BASRA UPDATE….What’s really going on in Basra? First, reporting on the latest in the fight between the government forces of Prime Minister Nouri al-Malikia and the Mahdi Army of Muqtada al-Sadr, there’s this from Ned Parker of the LA Times:
The Iraqi government’s offensive in Basra has spelled the end to a seven-month cease-fire by Sadr’s militia in all but name. In an ominous sign Saturday, Sadr in a rare TV interview praised armed resistance. Separately, he urged his followers to defy Maliki’s ultimatum to surrender their weapons.
Sounds bad. But a few hours later (though the timing is unclear) Sadr issued a conciliatory nine-point plan that al-Jazeera says was “agreed with the Iraqi government.” An Associated Press dispatch provides the following description of the announcement:
Al-Sadr’s nine-point statement was issued by his headquarters in the holy city of Najaf and broadcast through loudspeakers on Shiite mosques. It said the first point was: “taking gunmen off the streets in Basra and elsewhere.”
Followers handed out sweets in Baghdad’s main Mahdi Army militia stronghold of Sadr City.
Government spokesman Ali al-Dabbagh called the statement “positive and responsible.” But he also warned in a telephone interview broadcast on Iraqi state TV. that security forces would continue to target those who don’t follow the order.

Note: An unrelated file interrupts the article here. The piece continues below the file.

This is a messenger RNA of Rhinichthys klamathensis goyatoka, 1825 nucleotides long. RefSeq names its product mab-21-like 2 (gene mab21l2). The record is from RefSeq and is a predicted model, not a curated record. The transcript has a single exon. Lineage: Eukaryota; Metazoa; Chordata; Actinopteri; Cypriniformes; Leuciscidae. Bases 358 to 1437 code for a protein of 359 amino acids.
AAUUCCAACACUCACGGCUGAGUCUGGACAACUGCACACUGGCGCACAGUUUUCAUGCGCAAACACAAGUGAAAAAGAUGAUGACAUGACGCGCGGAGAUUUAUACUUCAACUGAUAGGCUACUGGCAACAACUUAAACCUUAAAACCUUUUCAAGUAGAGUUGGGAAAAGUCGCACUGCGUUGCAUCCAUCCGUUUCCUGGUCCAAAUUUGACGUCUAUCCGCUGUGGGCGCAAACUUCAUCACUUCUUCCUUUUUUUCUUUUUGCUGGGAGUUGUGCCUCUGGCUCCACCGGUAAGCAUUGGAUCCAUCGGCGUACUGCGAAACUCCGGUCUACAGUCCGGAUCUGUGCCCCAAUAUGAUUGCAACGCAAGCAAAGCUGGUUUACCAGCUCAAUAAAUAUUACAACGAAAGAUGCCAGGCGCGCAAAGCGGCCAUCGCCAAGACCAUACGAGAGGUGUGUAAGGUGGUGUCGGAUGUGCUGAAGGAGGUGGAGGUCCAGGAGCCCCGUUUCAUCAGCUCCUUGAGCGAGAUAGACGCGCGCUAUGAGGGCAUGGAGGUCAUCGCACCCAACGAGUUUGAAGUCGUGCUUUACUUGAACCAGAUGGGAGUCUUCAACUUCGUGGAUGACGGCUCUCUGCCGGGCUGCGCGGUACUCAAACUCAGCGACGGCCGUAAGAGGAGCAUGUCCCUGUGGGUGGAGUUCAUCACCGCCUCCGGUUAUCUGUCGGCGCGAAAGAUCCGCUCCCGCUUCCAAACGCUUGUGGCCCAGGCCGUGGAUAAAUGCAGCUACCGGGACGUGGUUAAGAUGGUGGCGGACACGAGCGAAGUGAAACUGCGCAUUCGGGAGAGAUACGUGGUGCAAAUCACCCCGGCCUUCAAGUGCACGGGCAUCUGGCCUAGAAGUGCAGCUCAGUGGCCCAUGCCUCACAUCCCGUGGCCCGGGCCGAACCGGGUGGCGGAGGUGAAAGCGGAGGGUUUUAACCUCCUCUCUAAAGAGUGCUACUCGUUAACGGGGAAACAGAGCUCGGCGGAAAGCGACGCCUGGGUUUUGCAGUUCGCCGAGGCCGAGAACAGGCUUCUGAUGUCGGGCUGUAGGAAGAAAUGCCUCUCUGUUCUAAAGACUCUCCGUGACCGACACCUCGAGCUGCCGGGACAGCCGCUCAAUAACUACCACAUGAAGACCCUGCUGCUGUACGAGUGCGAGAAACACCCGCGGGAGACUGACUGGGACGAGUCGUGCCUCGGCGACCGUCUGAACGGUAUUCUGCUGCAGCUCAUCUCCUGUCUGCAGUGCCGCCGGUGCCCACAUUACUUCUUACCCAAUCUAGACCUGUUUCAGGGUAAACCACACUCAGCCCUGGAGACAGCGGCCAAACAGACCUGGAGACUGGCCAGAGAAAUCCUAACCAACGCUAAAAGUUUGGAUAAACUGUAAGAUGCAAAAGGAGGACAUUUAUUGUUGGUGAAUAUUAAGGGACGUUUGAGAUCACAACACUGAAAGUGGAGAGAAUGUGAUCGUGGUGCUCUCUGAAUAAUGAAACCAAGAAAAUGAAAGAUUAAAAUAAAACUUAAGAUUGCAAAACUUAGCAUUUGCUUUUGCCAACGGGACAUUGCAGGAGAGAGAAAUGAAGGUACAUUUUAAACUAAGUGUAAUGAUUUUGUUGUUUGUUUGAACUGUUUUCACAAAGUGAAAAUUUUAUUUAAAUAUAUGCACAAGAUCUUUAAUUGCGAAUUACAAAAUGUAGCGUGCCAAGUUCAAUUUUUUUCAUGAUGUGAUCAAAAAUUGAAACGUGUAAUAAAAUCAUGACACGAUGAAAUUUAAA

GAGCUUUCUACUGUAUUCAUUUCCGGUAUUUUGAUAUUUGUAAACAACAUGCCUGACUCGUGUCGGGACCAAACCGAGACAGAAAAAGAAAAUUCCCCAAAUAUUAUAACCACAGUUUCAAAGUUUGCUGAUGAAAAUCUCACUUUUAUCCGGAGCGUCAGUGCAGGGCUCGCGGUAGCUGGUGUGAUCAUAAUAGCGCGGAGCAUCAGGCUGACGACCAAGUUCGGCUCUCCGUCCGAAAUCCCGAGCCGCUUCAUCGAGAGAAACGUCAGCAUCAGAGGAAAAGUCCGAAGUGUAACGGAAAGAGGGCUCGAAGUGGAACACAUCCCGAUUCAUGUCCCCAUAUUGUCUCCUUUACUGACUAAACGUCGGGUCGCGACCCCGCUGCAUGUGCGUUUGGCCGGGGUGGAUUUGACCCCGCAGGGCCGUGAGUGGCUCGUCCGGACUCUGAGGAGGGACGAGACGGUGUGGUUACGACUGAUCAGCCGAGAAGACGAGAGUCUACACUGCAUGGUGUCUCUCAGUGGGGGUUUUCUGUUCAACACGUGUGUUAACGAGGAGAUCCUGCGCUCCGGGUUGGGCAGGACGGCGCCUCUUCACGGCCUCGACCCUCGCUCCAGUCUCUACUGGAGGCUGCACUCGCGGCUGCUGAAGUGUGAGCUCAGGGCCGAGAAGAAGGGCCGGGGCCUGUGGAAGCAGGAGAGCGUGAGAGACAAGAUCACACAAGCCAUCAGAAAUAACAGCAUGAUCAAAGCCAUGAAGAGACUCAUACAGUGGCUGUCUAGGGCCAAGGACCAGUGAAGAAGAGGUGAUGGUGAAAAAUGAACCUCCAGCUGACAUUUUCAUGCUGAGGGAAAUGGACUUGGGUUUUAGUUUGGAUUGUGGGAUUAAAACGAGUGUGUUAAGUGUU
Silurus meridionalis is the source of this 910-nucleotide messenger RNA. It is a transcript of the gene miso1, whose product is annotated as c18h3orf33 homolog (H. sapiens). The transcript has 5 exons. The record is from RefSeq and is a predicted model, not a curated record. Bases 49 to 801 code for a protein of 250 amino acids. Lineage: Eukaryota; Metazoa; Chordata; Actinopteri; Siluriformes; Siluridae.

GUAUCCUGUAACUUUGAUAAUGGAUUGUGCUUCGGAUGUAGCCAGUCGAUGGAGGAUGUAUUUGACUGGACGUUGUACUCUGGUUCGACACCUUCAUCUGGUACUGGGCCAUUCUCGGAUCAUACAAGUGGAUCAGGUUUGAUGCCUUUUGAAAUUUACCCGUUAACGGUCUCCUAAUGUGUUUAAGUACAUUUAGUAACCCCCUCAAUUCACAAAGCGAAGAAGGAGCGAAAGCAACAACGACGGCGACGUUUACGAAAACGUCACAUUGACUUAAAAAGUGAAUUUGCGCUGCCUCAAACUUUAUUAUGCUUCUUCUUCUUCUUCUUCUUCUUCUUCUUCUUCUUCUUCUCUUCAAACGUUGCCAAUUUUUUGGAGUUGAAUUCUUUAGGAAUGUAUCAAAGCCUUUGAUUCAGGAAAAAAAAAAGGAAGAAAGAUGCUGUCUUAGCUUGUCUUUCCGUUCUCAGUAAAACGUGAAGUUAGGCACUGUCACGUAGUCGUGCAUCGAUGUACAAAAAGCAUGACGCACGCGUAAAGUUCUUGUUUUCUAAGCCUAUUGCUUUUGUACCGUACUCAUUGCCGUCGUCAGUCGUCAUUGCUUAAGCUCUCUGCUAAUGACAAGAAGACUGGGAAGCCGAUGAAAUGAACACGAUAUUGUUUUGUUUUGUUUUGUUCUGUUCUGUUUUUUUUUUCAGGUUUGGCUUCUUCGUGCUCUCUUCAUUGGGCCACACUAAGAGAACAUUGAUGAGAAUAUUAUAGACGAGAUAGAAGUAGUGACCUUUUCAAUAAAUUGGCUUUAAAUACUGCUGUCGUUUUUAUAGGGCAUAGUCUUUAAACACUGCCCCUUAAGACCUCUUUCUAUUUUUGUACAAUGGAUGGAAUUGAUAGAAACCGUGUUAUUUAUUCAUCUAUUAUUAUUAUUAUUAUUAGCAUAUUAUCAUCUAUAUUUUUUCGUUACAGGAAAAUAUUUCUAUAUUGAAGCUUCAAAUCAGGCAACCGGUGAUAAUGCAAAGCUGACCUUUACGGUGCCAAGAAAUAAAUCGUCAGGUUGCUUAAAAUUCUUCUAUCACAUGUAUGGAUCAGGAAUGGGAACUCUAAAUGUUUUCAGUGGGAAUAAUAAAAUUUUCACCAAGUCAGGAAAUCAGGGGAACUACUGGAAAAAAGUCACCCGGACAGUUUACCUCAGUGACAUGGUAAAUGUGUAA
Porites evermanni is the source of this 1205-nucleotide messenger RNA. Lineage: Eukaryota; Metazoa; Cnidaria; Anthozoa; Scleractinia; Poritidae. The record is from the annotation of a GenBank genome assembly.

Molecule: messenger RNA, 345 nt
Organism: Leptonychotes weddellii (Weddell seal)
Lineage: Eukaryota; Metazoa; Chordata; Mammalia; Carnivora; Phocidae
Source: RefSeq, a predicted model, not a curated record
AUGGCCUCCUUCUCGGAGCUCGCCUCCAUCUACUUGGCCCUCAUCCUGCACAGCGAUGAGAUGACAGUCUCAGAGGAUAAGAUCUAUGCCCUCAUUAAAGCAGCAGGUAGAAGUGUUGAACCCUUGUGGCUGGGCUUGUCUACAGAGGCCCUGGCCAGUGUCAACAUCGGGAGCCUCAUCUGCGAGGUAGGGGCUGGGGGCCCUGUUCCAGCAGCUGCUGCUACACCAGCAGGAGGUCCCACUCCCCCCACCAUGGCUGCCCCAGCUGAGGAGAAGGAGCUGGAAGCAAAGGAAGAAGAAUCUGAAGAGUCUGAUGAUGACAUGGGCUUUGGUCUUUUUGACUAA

“We expect a wide response to this call,” he said. “After this announcement, anybody who targets the government and its institutions will be regarded … as outlaws.”
So apparently Sadr remains willing to continue his cease-fire, but only if Maliki stands down. In the meantime, he has no intention of giving up his weapons and has demanded the return of captured Mahdi Army fighters. Overall, this sounds like it’s an offer to Maliki to declare victory and then leave town. Or else.
Just a guess, though. Sadr’s intentions have been unusually opaque throughout this entire operation, and it’s hard to say exactly what he’s been up to in Basra. Taking an opportunity to allow someone else to purge rogue elements in his movement? Consolidating control over Basra? Burnishing his credentials as a responsible statesman? Just reacting to events? All of the above? Your guess is as good as mine — and as good as anyone else’s as well, I think.